This game felt like it was first and foremost an adventure, with puzzles being used to push you forward within the story. If puzzles are the most important part of escape rooms for you, then you may find this game a little light considering that it’s ninety minutes long. That’s not to say there aren’t good ones on offer, though: I thoroughly enjoyed the vast majority of challenges that the game threw at us, and only once did I feel slightly frustrated. The highlight for me was an audio puzzle where they’d managed to make it feel genuinely tricky while still creating something that most teams will be able to complete without help.
In fact, that was a recurring theme: several of the challenges felt like they weren’t trivial but would still be solvable by beginners without help. More than most, Going Underground feels like it’s trying to cater for the experienced enthusiast while not alienating first-timers. It’s not just on that front where the game will appeal widely: it’s also got plenty of variety when it comes to the puzzle types and experiences you’ll encounter, with perhaps a slight bias towards the more physical in order to fit better with the story.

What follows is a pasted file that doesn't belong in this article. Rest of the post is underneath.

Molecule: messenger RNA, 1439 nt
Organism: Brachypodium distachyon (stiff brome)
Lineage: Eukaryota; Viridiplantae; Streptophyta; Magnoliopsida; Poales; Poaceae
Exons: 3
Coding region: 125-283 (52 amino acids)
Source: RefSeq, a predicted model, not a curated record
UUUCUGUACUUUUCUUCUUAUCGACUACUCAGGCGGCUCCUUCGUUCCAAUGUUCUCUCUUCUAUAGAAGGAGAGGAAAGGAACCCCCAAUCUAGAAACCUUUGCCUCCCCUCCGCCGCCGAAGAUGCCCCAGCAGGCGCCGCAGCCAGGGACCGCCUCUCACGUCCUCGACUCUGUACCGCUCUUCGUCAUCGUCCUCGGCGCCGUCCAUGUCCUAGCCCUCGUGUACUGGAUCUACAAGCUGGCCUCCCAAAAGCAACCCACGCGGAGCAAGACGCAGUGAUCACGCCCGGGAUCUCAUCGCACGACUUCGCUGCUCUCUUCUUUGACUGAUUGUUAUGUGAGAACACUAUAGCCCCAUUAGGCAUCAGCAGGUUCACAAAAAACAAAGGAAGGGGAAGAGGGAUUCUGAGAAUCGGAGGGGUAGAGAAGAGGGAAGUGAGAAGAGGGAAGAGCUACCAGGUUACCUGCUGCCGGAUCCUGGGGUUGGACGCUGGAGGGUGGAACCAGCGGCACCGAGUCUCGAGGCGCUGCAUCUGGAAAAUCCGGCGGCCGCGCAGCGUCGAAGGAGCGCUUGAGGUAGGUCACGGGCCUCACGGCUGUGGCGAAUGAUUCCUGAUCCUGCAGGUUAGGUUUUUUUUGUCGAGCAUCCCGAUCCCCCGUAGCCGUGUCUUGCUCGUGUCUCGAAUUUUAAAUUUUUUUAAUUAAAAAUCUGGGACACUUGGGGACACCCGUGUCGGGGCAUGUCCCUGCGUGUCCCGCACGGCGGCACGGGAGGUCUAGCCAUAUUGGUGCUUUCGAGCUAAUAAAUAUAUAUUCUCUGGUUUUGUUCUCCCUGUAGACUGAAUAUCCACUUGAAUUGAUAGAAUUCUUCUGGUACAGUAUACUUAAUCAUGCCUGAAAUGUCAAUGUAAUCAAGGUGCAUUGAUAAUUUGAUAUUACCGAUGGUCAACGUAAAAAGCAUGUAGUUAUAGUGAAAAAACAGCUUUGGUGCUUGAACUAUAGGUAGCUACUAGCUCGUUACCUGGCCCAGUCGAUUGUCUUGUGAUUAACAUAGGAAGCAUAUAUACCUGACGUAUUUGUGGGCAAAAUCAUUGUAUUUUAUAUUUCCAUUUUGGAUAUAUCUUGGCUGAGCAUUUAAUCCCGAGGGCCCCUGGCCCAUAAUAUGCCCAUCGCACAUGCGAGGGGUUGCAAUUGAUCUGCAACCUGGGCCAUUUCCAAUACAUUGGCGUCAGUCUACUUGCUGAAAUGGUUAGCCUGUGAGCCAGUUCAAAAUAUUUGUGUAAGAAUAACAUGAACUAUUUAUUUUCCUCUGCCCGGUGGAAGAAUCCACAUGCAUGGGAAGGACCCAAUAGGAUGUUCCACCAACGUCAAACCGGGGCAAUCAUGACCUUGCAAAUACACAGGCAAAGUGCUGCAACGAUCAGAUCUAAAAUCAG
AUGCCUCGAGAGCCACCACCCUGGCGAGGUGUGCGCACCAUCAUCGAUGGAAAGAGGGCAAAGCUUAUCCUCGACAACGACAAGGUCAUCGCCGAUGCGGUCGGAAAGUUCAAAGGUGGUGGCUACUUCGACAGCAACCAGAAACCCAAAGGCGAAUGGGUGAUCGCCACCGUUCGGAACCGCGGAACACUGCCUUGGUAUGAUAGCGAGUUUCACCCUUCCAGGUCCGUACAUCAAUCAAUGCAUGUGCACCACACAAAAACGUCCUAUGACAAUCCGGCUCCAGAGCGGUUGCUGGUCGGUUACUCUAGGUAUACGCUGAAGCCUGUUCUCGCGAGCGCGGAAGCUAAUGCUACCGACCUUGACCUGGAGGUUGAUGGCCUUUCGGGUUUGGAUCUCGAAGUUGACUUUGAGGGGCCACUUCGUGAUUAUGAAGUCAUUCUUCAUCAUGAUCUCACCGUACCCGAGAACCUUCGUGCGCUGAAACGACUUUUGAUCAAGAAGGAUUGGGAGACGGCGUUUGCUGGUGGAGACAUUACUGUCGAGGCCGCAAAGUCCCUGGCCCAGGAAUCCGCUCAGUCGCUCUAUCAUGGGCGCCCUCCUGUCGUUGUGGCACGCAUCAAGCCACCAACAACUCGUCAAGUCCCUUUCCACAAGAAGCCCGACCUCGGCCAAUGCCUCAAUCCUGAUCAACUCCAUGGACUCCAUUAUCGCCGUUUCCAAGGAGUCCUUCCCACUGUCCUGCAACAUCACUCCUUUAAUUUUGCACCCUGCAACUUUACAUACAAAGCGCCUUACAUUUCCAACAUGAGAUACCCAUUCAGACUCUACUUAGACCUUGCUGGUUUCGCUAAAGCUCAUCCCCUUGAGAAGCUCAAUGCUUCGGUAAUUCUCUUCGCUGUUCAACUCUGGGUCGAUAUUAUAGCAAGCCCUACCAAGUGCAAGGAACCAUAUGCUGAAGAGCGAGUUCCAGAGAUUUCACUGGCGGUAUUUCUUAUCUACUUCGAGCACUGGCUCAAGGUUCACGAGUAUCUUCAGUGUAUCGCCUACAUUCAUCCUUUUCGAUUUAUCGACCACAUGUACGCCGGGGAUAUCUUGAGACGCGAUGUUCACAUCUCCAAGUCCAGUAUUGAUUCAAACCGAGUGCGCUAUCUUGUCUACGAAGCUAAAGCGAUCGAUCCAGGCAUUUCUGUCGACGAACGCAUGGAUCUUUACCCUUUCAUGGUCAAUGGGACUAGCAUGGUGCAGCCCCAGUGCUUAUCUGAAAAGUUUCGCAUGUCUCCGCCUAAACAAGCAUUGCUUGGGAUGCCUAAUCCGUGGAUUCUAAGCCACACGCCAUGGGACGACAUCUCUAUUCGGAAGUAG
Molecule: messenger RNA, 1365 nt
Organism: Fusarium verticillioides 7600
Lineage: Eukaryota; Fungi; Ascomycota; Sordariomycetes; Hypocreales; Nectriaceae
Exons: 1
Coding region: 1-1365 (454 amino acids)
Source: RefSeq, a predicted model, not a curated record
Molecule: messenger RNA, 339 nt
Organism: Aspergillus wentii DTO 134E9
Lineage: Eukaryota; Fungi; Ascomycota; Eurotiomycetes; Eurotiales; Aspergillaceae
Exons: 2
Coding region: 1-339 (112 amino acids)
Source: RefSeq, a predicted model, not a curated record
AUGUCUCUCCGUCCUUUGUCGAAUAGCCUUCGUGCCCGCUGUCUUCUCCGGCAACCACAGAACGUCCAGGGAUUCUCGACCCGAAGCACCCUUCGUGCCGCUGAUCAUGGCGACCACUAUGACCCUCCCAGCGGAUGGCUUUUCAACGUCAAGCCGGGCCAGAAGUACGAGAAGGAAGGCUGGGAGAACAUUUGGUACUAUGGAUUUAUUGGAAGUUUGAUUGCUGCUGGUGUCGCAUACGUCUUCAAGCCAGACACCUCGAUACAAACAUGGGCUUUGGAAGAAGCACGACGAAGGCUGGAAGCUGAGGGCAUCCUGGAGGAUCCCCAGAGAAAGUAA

During the game, it felt very much like the puzzle flow was linear, and I ended up playing alongside my teammates more than in a typical room. Looking back, though, I can see that there were often parallelisable challenges – it’s just that we chose to work together. I think in part that was because so often the game was made up of cooperative puzzles that it left us with a natural tendency to collaborate even when it wasn’t necessary (although the fact that my teammates were the excellent Stefan and Alex from Two Bears Life probably also helped).